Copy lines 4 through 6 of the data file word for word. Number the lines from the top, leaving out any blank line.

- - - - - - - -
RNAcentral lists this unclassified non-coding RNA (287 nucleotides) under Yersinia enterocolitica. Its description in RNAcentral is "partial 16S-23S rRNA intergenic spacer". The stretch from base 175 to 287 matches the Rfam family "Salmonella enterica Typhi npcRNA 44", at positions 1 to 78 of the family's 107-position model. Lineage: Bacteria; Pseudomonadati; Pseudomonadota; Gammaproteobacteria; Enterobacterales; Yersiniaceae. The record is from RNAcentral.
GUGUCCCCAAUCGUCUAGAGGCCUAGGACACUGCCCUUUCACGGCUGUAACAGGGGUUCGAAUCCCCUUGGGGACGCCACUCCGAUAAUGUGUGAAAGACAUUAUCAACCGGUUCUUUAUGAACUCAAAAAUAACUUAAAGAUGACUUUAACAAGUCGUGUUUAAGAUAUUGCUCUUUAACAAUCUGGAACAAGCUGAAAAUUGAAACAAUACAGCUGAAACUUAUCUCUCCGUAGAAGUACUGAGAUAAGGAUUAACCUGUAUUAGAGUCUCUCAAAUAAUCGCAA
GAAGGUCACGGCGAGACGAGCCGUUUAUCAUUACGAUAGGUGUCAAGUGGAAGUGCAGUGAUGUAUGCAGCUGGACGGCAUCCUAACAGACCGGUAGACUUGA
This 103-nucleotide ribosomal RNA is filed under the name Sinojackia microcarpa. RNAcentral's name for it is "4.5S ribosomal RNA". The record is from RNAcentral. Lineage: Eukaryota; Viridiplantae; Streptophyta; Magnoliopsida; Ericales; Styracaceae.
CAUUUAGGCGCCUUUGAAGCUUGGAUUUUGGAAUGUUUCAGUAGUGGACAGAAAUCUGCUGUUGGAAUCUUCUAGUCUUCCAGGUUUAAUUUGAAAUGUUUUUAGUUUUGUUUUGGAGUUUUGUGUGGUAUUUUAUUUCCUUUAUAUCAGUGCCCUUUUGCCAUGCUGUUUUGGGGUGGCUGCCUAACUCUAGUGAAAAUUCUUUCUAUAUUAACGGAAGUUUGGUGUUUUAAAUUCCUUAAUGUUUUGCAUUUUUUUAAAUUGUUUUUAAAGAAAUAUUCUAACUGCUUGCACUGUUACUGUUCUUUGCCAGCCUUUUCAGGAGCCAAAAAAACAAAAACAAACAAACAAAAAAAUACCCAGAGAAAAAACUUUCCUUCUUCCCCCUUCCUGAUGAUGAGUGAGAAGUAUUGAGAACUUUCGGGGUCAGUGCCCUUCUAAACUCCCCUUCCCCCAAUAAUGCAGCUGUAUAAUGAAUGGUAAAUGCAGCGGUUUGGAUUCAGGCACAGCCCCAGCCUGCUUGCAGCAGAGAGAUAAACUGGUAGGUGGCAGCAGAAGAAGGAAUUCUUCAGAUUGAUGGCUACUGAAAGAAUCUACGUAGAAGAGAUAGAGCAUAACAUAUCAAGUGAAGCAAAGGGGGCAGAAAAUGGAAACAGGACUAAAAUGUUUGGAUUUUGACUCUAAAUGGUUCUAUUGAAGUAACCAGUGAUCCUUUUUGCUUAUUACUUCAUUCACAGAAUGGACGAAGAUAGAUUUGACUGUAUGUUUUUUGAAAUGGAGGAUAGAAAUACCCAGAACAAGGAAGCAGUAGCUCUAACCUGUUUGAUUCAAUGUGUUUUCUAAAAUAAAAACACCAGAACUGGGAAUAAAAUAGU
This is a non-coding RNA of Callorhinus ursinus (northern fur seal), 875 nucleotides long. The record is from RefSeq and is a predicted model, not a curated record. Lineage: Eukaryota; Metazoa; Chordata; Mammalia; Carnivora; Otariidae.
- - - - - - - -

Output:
This 103-nucleotide ribosomal RNA is filed under the name Sinojackia microcarpa. RNAcentral's name for it is "4.5S ribosomal RNA". The record is from RNAcentral. Lineage: Eukaryota; Viridiplantae; Streptophyta; Magnoliopsida; Ericales; Styracaceae.
CAUUUAGGCGCCUUUGAAGCUUGGAUUUUGGAAUGUUUCAGUAGUGGACAGAAAUCUGCUGUUGGAAUCUUCUAGUCUUCCAGGUUUAAUUUGAAAUGUUUUUAGUUUUGUUUUGGAGUUUUGUGUGGUAUUUUAUUUCCUUUAUAUCAGUGCCCUUUUGCCAUGCUGUUUUGGGGUGGCUGCCUAACUCUAGUGAAAAUUCUUUCUAUAUUAACGGAAGUUUGGUGUUUUAAAUUCCUUAAUGUUUUGCAUUUUUUUAAAUUGUUUUUAAAGAAAUAUUCUAACUGCUUGCACUGUUACUGUUCUUUGCCAGCCUUUUCAGGAGCCAAAAAAACAAAAACAAACAAACAAAAAAAUACCCAGAGAAAAAACUUUCCUUCUUCCCCCUUCCUGAUGAUGAGUGAGAAGUAUUGAGAACUUUCGGGGUCAGUGCCCUUCUAAACUCCCCUUCCCCCAAUAAUGCAGCUGUAUAAUGAAUGGUAAAUGCAGCGGUUUGGAUUCAGGCACAGCCCCAGCCUGCUUGCAGCAGAGAGAUAAACUGGUAGGUGGCAGCAGAAGAAGGAAUUCUUCAGAUUGAUGGCUACUGAAAGAAUCUACGUAGAAGAGAUAGAGCAUAACAUAUCAAGUGAAGCAAAGGGGGCAGAAAAUGGAAACAGGACUAAAAUGUUUGGAUUUUGACUCUAAAUGGUUCUAUUGAAGUAACCAGUGAUCCUUUUUGCUUAUUACUUCAUUCACAGAAUGGACGAAGAUAGAUUUGACUGUAUGUUUUUUGAAAUGGAGGAUAGAAAUACCCAGAACAAGGAAGCAGUAGCUCUAACCUGUUUGAUUCAAUGUGUUUUCUAAAAUAAAAACACCAGAACUGGGAAUAAAAUAGU
This is a non-coding RNA of Callorhinus ursinus (northern fur seal), 875 nucleotides long. The record is from RefSeq and is a predicted model, not a curated record. Lineage: Eukaryota; Metazoa; Chordata; Mammalia; Carnivora; Otariidae.